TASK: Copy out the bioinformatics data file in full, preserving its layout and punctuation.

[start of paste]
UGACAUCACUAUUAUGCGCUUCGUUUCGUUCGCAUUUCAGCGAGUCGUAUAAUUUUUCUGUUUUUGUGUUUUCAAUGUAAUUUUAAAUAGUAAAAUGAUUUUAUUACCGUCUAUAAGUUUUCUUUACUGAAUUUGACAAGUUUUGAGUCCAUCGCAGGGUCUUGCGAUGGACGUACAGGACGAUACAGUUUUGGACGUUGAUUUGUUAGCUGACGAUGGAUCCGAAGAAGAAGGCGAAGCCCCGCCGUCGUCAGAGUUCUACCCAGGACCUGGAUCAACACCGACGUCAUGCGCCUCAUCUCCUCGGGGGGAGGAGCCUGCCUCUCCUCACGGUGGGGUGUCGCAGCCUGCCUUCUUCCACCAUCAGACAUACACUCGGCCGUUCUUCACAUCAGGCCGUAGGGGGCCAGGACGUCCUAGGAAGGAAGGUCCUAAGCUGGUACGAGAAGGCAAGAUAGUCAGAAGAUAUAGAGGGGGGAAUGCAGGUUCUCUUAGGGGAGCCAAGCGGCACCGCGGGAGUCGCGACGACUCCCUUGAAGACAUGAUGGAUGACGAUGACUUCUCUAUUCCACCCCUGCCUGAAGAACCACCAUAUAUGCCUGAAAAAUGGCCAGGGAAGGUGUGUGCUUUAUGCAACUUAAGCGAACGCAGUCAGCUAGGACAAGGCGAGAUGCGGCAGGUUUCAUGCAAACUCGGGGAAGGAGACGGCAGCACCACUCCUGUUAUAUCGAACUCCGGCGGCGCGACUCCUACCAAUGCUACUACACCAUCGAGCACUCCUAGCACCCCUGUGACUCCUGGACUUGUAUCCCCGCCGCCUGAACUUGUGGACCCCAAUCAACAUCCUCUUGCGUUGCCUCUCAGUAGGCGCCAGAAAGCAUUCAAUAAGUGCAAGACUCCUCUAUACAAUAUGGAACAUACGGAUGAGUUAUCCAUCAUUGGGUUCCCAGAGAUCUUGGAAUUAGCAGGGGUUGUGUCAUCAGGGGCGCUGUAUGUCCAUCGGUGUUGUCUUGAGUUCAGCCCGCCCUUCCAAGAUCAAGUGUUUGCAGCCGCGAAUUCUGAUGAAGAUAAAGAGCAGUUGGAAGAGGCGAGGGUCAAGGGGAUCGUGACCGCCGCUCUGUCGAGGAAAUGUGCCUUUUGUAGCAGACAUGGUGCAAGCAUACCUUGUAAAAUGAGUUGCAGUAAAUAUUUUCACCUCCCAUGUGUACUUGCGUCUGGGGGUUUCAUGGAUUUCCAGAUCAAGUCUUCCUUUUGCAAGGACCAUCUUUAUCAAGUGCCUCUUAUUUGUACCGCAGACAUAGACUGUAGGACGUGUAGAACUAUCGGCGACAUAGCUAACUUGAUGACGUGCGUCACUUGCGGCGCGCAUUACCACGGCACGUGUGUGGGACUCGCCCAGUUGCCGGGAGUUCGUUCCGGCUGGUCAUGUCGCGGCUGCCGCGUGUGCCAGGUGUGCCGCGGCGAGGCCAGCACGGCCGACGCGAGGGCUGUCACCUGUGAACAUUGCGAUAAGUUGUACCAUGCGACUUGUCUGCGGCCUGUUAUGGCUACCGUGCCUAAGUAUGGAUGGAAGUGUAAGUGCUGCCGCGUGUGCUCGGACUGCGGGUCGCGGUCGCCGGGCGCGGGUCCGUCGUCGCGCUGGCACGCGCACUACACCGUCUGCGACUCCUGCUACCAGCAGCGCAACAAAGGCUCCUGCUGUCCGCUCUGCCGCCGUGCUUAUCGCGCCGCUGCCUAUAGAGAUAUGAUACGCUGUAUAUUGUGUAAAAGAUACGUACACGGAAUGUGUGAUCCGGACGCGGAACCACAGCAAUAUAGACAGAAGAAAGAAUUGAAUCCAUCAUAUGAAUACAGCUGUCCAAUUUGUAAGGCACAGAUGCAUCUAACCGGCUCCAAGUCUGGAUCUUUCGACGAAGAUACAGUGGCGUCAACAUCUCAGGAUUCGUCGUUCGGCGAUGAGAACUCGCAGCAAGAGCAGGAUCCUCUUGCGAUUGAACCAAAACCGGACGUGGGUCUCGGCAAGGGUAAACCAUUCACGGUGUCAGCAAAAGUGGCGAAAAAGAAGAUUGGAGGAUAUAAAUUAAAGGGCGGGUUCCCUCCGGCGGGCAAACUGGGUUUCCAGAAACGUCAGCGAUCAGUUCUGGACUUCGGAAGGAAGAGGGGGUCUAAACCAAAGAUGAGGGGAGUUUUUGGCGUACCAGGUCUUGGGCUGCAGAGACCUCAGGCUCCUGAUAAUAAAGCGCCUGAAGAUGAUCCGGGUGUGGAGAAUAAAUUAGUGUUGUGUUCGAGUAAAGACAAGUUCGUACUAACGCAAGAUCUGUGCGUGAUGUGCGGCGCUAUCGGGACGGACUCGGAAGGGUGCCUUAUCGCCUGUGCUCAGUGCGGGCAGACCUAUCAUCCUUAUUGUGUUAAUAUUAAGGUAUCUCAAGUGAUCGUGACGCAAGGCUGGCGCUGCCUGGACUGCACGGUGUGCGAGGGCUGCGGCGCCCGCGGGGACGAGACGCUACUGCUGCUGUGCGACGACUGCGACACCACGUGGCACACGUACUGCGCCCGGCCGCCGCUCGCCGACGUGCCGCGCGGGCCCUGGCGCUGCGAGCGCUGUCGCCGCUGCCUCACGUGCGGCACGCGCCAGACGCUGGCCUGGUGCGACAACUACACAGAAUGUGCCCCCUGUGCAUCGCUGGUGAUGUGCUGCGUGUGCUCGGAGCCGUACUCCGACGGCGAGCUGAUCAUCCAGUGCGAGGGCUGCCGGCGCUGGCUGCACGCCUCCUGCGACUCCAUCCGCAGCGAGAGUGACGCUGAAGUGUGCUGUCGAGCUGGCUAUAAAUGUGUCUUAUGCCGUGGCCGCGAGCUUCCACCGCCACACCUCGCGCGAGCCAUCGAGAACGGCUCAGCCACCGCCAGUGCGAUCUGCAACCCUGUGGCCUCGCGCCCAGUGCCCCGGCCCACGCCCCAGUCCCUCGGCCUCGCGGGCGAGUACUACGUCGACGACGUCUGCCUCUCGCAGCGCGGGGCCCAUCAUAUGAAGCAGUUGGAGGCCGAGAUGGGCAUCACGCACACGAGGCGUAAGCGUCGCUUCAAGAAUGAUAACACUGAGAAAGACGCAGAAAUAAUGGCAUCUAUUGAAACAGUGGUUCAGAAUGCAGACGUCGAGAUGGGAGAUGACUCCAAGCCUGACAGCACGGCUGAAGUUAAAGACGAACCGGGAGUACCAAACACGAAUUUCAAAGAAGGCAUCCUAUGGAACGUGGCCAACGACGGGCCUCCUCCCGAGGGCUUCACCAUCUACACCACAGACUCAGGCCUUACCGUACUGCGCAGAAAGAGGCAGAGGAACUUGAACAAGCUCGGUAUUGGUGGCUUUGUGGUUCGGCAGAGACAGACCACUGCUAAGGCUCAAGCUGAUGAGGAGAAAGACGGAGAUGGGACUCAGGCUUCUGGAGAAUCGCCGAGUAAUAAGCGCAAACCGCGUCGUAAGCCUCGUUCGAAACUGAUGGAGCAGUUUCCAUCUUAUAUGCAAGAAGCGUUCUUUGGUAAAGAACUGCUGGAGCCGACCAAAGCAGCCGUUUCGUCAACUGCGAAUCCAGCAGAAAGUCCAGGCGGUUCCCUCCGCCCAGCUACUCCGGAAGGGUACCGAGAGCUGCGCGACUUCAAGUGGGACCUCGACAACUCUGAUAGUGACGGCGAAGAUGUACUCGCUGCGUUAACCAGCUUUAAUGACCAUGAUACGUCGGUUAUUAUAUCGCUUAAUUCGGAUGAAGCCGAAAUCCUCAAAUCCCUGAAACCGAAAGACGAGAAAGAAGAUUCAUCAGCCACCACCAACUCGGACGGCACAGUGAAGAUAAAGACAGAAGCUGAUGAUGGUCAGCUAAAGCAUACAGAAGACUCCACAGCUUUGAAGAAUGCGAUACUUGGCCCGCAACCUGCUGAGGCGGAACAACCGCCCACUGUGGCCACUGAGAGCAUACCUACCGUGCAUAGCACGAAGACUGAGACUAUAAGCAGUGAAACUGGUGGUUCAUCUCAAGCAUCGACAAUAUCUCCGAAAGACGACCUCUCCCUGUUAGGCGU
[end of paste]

UGACAUCACUAUUAUGCGCUUCGUUUCGUUCGCAUUUCAGCGAGUCGUAUAAUUUUUCUGUUUUUGUGUUUUCAAUGUAAUUUUAAAUAGUAAAAUGAUUUUAUUACCGUCUAUAAGUUUUCUUUACUGAAUUUGACAAGUUUUGAGUCCAUCGCAGGGUCUUGCGAUGGACGUACAGGACGAUACAGUUUUGGACGUUGAUUUGUUAGCUGACGAUGGAUCCGAAGAAGAAGGCGAAGCCCCGCCGUCGUCAGAGUUCUACCCAGGACCUGGAUCAACACCGACGUCAUGCGCCUCAUCUCCUCGGGGGGAGGAGCCUGCCUCUCCUCACGGUGGGGUGUCGCAGCCUGCCUUCUUCCACCAUCAGACAUACACUCGGCCGUUCUUCACAUCAGGCCGUAGGGGGCCAGGACGUCCUAGGAAGGAAGGUCCUAAGCUGGUACGAGAAGGCAAGAUAGUCAGAAGAUAUAGAGGGGGGAAUGCAGGUUCUCUUAGGGGAGCCAAGCGGCACCGCGGGAGUCGCGACGACUCCCUUGAAGACAUGAUGGAUGACGAUGACUUCUCUAUUCCACCCCUGCCUGAAGAACCACCAUAUAUGCCUGAAAAAUGGCCAGGGAAGGUGUGUGCUUUAUGCAACUUAAGCGAACGCAGUCAGCUAGGACAAGGCGAGAUGCGGCAGGUUUCAUGCAAACUCGGGGAAGGAGACGGCAGCACCACUCCUGUUAUAUCGAACUCCGGCGGCGCGACUCCUACCAAUGCUACUACACCAUCGAGCACUCCUAGCACCCCUGUGACUCCUGGACUUGUAUCCCCGCCGCCUGAACUUGUGGACCCCAAUCAACAUCCUCUUGCGUUGCCUCUCAGUAGGCGCCAGAAAGCAUUCAAUAAGUGCAAGACUCCUCUAUACAAUAUGGAACAUACGGAUGAGUUAUCCAUCAUUGGGUUCCCAGAGAUCUUGGAAUUAGCAGGGGUUGUGUCAUCAGGGGCGCUGUAUGUCCAUCGGUGUUGUCUUGAGUUCAGCCCGCCCUUCCAAGAUCAAGUGUUUGCAGCCGCGAAUUCUGAUGAAGAUAAAGAGCAGUUGGAAGAGGCGAGGGUCAAGGGGAUCGUGACCGCCGCUCUGUCGAGGAAAUGUGCCUUUUGUAGCAGACAUGGUGCAAGCAUACCUUGUAAAAUGAGUUGCAGUAAAUAUUUUCACCUCCCAUGUGUACUUGCGUCUGGGGGUUUCAUGGAUUUCCAGAUCAAGUCUUCCUUUUGCAAGGACCAUCUUUAUCAAGUGCCUCUUAUUUGUACCGCAGACAUAGACUGUAGGACGUGUAGAACUAUCGGCGACAUAGCUAACUUGAUGACGUGCGUCACUUGCGGCGCGCAUUACCACGGCACGUGUGUGGGACUCGCCCAGUUGCCGGGAGUUCGUUCCGGCUGGUCAUGUCGCGGCUGCCGCGUGUGCCAGGUGUGCCGCGGCGAGGCCAGCACGGCCGACGCGAGGGCUGUCACCUGUGAACAUUGCGAUAAGUUGUACCAUGCGACUUGUCUGCGGCCUGUUAUGGCUACCGUGCCUAAGUAUGGAUGGAAGUGUAAGUGCUGCCGCGUGUGCUCGGACUGCGGGUCGCGGUCGCCGGGCGCGGGUCCGUCGUCGCGCUGGCACGCGCACUACACCGUCUGCGACUCCUGCUACCAGCAGCGCAACAAAGGCUCCUGCUGUCCGCUCUGCCGCCGUGCUUAUCGCGCCGCUGCCUAUAGAGAUAUGAUACGCUGUAUAUUGUGUAAAAGAUACGUACACGGAAUGUGUGAUCCGGACGCGGAACCACAGCAAUAUAGACAGAAGAAAGAAUUGAAUCCAUCAUAUGAAUACAGCUGUCCAAUUUGUAAGGCACAGAUGCAUCUAACCGGCUCCAAGUCUGGAUCUUUCGACGAAGAUACAGUGGCGUCAACAUCUCAGGAUUCGUCGUUCGGCGAUGAGAACUCGCAGCAAGAGCAGGAUCCUCUUGCGAUUGAACCAAAACCGGACGUGGGUCUCGGCAAGGGUAAACCAUUCACGGUGUCAGCAAAAGUGGCGAAAAAGAAGAUUGGAGGAUAUAAAUUAAAGGGCGGGUUCCCUCCGGCGGGCAAACUGGGUUUCCAGAAACGUCAGCGAUCAGUUCUGGACUUCGGAAGGAAGAGGGGGUCUAAACCAAAGAUGAGGGGAGUUUUUGGCGUACCAGGUCUUGGGCUGCAGAGACCUCAGGCUCCUGAUAAUAAAGCGCCUGAAGAUGAUCCGGGUGUGGAGAAUAAAUUAGUGUUGUGUUCGAGUAAAGACAAGUUCGUACUAACGCAAGAUCUGUGCGUGAUGUGCGGCGCUAUCGGGACGGACUCGGAAGGGUGCCUUAUCGCCUGUGCUCAGUGCGGGCAGACCUAUCAUCCUUAUUGUGUUAAUAUUAAGGUAUCUCAAGUGAUCGUGACGCAAGGCUGGCGCUGCCUGGACUGCACGGUGUGCGAGGGCUGCGGCGCCCGCGGGGACGAGACGCUACUGCUGCUGUGCGACGACUGCGACACCACGUGGCACACGUACUGCGCCCGGCCGCCGCUCGCCGACGUGCCGCGCGGGCCCUGGCGCUGCGAGCGCUGUCGCCGCUGCCUCACGUGCGGCACGCGCCAGACGCUGGCCUGGUGCGACAACUACACAGAAUGUGCCCCCUGUGCAUCGCUGGUGAUGUGCUGCGUGUGCUCGGAGCCGUACUCCGACGGCGAGCUGAUCAUCCAGUGCGAGGGCUGCCGGCGCUGGCUGCACGCCUCCUGCGACUCCAUCCGCAGCGAGAGUGACGCUGAAGUGUGCUGUCGAGCUGGCUAUAAAUGUGUCUUAUGCCGUGGCCGCGAGCUUCCACCGCCACACCUCGCGCGAGCCAUCGAGAACGGCUCAGCCACCGCCAGUGCGAUCUGCAACCCUGUGGCCUCGCGCCCAGUGCCCCGGCCCACGCCCCAGUCCCUCGGCCUCGCGGGCGAGUACUACGUCGACGACGUCUGCCUCUCGCAGCGCGGGGCCCAUCAUAUGAAGCAGUUGGAGGCCGAGAUGGGCAUCACGCACACGAGGCGUAAGCGUCGCUUCAAGAAUGAUAACACUGAGAAAGACGCAGAAAUAAUGGCAUCUAUUGAAACAGUGGUUCAGAAUGCAGACGUCGAGAUGGGAGAUGACUCCAAGCCUGACAGCACGGCUGAAGUUAAAGACGAACCGGGAGUACCAAACACGAAUUUCAAAGAAGGCAUCCUAUGGAACGUGGCCAACGACGGGCCUCCUCCCGAGGGCUUCACCAUCUACACCACAGACUCAGGCCUUACCGUACUGCGCAGAAAGAGGCAGAGGAACUUGAACAAGCUCGGUAUUGGUGGCUUUGUGGUUCGGCAGAGACAGACCACUGCUAAGGCUCAAGCUGAUGAGGAGAAAGACGGAGAUGGGACUCAGGCUUCUGGAGAAUCGCCGAGUAAUAAGCGCAAACCGCGUCGUAAGCCUCGUUCGAAACUGAUGGAGCAGUUUCCAUCUUAUAUGCAAGAAGCGUUCUUUGGUAAAGAACUGCUGGAGCCGACCAAAGCAGCCGUUUCGUCAACUGCGAAUCCAGCAGAAAGUCCAGGCGGUUCCCUCCGCCCAGCUACUCCGGAAGGGUACCGAGAGCUGCGCGACUUCAAGUGGGACCUCGACAACUCUGAUAGUGACGGCGAAGAUGUACUCGCUGCGUUAACCAGCUUUAAUGACCAUGAUACGUCGGUUAUUAUAUCGCUUAAUUCGGAUGAAGCCGAAAUCCUCAAAUCCCUGAAACCGAAAGACGAGAAAGAAGAUUCAUCAGCCACCACCAACUCGGACGGCACAGUGAAGAUAAAGACAGAAGCUGAUGAUGGUCAGCUAAAGCAUACAGAAGACUCCACAGCUUUGAAGAAUGCGAUACUUGGCCCGCAACCUGCUGAGGCGGAACAACCGCCCACUGUGGCCACUGAGAGCAUACCUACCGUGCAUAGCACGAAGACUGAGACUAUAAGCAGUGAAACUGGUGGUUCAUCUCAAGCAUCGACAAUAUCUCCGAAAGACGACCUCUCCCUGUUAGGCGU